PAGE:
I really do not trust a single review I see. I am sure they are all legit, and everyone is always saying they are the key to selling more books, but I only consider book recommendations from people I actually know, and like. I would never choose which books to read based on a strangers suggestions or comments. They may not share my tastes. I would never take an Amazon customer review remotely seriously, personally, however many or few stars.

I suspect many many reviews are done by friends, they certainly read like that. Why would dozens of people who have never met you suddenly decide they need to not only review your book, but provide a careful plot synopsis, and sing its praises in the prevalent formulaic way that exists in the reviews. I mean my friends are hardly queuing up to review my book, even if they really like it, they may say they will review it, but never do. Can I expect people who never met me to be more loyal than my good mates. I would have to stretch my imagination with that.

Likewise, I certainly would never change my mind about reading a book because someone I didn't know said they didn't like it.

If I really like a book, I may mention it to some friends, I never think, ooh, I must rush and write a customer review on the Amazon website because I enjoyed that so much, unless of course it was written by a friend, or unless I was seeking to gain status as a reviewer.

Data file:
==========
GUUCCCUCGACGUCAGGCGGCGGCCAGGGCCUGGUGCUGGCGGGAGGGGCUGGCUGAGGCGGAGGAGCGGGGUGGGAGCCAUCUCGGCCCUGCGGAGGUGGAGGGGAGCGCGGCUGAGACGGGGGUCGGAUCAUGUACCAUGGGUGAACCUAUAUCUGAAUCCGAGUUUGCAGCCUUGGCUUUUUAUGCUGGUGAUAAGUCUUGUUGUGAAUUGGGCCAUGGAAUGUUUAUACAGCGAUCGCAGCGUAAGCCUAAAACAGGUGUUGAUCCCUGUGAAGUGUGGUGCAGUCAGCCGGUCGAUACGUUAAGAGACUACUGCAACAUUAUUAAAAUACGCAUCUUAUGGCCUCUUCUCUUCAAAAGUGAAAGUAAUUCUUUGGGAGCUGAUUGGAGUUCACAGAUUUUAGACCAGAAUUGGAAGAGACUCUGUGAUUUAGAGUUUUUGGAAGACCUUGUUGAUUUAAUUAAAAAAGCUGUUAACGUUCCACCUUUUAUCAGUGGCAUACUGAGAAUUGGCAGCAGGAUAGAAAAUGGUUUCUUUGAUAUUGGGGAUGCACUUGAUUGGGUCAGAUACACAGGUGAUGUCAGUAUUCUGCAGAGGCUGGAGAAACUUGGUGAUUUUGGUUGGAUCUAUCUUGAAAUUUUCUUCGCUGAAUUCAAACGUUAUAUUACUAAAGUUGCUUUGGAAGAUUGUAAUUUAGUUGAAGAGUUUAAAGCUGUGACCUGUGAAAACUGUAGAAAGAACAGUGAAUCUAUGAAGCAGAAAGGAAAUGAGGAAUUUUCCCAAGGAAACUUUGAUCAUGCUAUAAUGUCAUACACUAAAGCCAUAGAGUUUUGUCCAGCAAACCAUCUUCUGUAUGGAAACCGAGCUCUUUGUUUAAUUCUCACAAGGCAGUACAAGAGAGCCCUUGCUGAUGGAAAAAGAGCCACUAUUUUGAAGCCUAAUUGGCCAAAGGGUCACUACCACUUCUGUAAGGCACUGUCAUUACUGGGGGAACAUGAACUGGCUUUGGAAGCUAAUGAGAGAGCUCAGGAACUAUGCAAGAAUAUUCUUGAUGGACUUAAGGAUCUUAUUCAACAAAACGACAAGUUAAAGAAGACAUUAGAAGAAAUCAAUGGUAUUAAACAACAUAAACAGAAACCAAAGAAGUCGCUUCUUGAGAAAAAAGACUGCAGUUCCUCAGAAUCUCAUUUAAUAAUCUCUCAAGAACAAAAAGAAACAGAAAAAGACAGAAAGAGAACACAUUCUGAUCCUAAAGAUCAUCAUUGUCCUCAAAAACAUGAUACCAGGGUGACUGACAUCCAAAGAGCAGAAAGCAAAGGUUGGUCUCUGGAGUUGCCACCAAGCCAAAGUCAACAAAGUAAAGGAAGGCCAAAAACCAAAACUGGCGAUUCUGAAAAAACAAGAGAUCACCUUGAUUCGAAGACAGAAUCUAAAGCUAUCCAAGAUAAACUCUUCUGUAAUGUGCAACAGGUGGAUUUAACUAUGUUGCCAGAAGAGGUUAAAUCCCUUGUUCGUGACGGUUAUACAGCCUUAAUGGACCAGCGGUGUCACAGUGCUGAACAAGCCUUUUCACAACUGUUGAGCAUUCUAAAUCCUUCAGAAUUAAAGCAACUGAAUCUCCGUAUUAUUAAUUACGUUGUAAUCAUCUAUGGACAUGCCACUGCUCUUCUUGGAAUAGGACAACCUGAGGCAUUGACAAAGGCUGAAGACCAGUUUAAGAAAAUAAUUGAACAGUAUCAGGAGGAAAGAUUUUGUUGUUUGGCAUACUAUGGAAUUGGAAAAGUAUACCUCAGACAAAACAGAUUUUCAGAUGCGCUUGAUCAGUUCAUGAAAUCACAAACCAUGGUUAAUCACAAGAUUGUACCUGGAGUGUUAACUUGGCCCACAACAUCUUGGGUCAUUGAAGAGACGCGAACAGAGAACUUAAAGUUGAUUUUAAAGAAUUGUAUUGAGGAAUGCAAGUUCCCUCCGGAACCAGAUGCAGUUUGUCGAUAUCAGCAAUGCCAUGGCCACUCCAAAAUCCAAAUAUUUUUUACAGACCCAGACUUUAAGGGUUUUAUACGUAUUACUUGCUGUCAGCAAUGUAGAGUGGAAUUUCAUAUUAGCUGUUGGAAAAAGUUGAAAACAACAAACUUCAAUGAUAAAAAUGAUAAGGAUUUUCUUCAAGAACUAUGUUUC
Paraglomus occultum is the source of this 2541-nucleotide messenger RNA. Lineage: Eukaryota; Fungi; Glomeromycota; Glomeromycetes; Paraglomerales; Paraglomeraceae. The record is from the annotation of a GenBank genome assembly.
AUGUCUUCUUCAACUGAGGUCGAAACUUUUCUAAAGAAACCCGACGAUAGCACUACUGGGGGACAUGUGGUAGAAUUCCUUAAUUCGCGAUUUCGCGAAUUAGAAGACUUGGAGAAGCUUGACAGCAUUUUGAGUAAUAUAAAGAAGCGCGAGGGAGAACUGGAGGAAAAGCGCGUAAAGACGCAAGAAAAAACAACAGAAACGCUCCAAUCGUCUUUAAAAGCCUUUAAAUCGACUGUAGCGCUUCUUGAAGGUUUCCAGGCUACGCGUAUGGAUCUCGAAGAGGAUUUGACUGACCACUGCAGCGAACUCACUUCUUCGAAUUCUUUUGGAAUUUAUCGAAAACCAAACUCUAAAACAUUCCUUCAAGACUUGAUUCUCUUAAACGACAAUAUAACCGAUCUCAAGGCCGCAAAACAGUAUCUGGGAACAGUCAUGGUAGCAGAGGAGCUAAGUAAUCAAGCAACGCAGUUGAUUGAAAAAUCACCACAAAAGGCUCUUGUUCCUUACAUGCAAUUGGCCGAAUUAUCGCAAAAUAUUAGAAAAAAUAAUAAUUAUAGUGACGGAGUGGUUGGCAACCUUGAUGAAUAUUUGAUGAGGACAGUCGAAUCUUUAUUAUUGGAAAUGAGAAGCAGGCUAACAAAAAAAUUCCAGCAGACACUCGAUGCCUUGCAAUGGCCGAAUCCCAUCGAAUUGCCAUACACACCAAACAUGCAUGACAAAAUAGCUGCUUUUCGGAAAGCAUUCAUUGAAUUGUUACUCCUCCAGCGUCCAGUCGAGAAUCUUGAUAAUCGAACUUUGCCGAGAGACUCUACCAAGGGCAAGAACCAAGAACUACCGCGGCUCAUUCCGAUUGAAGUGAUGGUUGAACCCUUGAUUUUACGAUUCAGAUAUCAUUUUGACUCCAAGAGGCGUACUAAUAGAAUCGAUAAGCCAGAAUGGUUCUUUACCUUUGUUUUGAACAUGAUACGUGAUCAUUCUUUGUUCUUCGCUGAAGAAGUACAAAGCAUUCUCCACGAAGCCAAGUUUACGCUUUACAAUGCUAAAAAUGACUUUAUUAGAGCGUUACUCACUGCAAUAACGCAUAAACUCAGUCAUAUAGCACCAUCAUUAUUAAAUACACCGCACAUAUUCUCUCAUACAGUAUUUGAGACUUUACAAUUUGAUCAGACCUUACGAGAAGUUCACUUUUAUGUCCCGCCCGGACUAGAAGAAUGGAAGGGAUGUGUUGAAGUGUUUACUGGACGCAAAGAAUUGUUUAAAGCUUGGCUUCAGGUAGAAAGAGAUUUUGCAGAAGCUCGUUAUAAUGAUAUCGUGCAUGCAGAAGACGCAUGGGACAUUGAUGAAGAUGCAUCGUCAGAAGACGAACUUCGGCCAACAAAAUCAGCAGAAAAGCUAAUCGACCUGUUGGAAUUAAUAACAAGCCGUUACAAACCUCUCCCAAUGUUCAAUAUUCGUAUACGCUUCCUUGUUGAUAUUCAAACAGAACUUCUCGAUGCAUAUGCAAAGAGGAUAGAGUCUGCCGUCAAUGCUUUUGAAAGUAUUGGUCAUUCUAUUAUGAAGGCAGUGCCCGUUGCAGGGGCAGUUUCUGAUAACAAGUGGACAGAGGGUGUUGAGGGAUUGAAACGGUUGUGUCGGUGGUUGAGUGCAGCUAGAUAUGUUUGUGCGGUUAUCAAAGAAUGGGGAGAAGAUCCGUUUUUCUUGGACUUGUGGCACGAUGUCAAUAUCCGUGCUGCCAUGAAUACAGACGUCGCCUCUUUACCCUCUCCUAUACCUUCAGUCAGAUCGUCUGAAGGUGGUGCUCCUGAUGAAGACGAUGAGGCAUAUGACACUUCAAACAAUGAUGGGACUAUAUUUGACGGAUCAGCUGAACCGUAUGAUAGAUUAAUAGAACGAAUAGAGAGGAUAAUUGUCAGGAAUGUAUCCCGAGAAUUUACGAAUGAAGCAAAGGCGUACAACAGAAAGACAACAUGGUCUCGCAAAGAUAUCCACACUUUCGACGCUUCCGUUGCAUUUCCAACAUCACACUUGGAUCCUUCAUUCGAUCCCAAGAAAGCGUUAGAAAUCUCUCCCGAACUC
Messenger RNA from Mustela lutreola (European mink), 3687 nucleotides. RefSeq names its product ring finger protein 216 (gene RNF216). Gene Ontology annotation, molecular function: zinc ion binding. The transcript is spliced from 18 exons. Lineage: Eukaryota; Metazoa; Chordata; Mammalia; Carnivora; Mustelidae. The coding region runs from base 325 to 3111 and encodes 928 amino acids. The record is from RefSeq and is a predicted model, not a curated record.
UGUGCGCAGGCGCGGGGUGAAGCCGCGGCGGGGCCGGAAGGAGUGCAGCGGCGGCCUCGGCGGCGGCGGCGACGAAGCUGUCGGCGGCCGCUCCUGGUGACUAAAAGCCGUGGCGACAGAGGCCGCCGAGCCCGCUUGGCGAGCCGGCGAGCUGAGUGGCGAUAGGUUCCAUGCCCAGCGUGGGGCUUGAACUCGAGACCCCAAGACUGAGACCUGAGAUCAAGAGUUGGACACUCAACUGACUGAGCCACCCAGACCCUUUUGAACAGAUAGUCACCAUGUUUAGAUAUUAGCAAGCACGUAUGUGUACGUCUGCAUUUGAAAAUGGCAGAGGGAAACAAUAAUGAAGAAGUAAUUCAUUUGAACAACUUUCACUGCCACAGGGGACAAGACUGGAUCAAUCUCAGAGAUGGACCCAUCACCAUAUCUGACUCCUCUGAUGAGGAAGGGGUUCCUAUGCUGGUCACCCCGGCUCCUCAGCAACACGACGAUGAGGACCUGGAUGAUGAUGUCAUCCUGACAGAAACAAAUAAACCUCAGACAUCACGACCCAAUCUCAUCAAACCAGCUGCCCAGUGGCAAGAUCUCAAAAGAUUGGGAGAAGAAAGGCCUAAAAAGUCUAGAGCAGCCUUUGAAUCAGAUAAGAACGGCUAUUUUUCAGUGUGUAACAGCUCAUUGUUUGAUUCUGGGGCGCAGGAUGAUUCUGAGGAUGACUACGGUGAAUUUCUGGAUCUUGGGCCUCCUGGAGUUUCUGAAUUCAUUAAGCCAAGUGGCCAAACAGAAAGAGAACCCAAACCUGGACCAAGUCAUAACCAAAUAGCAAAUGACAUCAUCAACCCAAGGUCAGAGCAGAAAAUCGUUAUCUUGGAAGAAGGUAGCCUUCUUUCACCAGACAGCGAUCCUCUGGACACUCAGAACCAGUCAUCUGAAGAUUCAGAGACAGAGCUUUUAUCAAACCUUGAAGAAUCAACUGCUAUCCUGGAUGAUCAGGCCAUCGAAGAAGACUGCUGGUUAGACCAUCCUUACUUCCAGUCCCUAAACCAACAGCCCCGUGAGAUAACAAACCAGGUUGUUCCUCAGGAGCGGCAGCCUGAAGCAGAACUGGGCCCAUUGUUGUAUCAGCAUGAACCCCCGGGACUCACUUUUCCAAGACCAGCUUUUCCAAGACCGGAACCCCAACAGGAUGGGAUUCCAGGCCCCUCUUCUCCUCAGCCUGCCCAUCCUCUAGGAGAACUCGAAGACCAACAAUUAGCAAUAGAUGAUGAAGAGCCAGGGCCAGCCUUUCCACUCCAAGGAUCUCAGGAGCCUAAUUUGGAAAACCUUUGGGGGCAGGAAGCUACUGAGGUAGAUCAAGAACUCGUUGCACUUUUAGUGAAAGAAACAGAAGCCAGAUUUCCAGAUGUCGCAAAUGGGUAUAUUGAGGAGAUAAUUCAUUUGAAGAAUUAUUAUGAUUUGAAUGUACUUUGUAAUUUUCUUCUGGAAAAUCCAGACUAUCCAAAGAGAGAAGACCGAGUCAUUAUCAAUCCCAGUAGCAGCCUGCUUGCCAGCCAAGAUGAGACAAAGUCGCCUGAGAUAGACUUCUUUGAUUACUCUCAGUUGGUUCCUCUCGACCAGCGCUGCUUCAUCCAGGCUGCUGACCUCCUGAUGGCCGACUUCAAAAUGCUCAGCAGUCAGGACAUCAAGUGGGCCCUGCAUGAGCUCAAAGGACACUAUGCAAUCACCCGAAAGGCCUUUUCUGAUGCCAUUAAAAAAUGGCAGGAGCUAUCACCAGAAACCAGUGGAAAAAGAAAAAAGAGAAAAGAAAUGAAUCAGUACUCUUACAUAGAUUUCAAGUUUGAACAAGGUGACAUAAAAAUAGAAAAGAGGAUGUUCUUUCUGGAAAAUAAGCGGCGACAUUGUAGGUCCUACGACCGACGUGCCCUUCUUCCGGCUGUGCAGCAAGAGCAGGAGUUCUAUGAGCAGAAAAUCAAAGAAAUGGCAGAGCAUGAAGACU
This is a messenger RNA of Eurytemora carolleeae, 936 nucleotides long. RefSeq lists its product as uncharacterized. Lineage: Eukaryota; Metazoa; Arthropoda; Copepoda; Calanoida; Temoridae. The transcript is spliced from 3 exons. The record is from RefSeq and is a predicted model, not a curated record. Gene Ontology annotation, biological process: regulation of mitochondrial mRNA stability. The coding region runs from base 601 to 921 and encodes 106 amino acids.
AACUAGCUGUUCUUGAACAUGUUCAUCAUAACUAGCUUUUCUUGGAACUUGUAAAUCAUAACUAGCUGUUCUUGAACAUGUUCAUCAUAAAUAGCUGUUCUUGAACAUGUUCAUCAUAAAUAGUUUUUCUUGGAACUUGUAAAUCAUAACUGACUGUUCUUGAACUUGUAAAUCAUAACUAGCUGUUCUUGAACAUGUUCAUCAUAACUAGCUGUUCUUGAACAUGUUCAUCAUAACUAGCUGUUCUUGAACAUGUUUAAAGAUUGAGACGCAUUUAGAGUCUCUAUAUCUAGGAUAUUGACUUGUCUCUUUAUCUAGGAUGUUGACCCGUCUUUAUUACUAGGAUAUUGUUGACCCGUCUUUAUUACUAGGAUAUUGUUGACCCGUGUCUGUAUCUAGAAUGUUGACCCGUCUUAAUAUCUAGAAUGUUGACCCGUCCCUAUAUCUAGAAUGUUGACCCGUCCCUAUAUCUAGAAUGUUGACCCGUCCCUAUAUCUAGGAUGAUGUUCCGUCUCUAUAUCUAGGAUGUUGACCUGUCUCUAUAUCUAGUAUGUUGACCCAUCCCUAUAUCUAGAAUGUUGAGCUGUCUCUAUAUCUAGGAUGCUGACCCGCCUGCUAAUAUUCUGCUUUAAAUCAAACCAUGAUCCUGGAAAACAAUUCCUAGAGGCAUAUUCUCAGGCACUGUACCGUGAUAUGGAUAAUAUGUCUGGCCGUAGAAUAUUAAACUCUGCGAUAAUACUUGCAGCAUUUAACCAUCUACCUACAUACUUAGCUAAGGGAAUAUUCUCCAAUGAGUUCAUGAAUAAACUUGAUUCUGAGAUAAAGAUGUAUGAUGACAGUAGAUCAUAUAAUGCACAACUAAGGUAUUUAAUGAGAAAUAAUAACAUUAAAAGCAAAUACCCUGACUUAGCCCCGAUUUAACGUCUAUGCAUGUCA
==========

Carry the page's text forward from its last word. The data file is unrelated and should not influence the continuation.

When a friend who's opinions are sometimes in accord with mine suggests a book to read, that is when I may, possibly consider the recommendation. Other than that I guess I generally select my own recreational reading through browsing online or in bookstores.

As a force for encouraging and developing new reviewer talent, the Amzn review system is unparalleled. As a reliable buying guide... I wouldn't rely on in.

REVIEW
Why would you want to read this comment? Because it is gripping, poignant, and well written. First of all the Narrator suggests s/he doesn't set much stock by amzn book reviews. Then s/he suggests there may be ulterior motives for writing amzn book reviews. Yet a friends recommendation may count for more. So are there any benefits to amzn book reviews?

The characterization is very enjoyable, I am on the edge of my seat for the next installment. 4 stars

Actually, having said all that, as a writer I am delighted when I get 'Trusted' reviewer reviews, and these ones may influence buyers perhaps.
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Discussion in:  fiction discussion forum
Participants:  38
Total posts:  304
Initial post:  28 Mar 2012
Latest post:  13 Jun 2012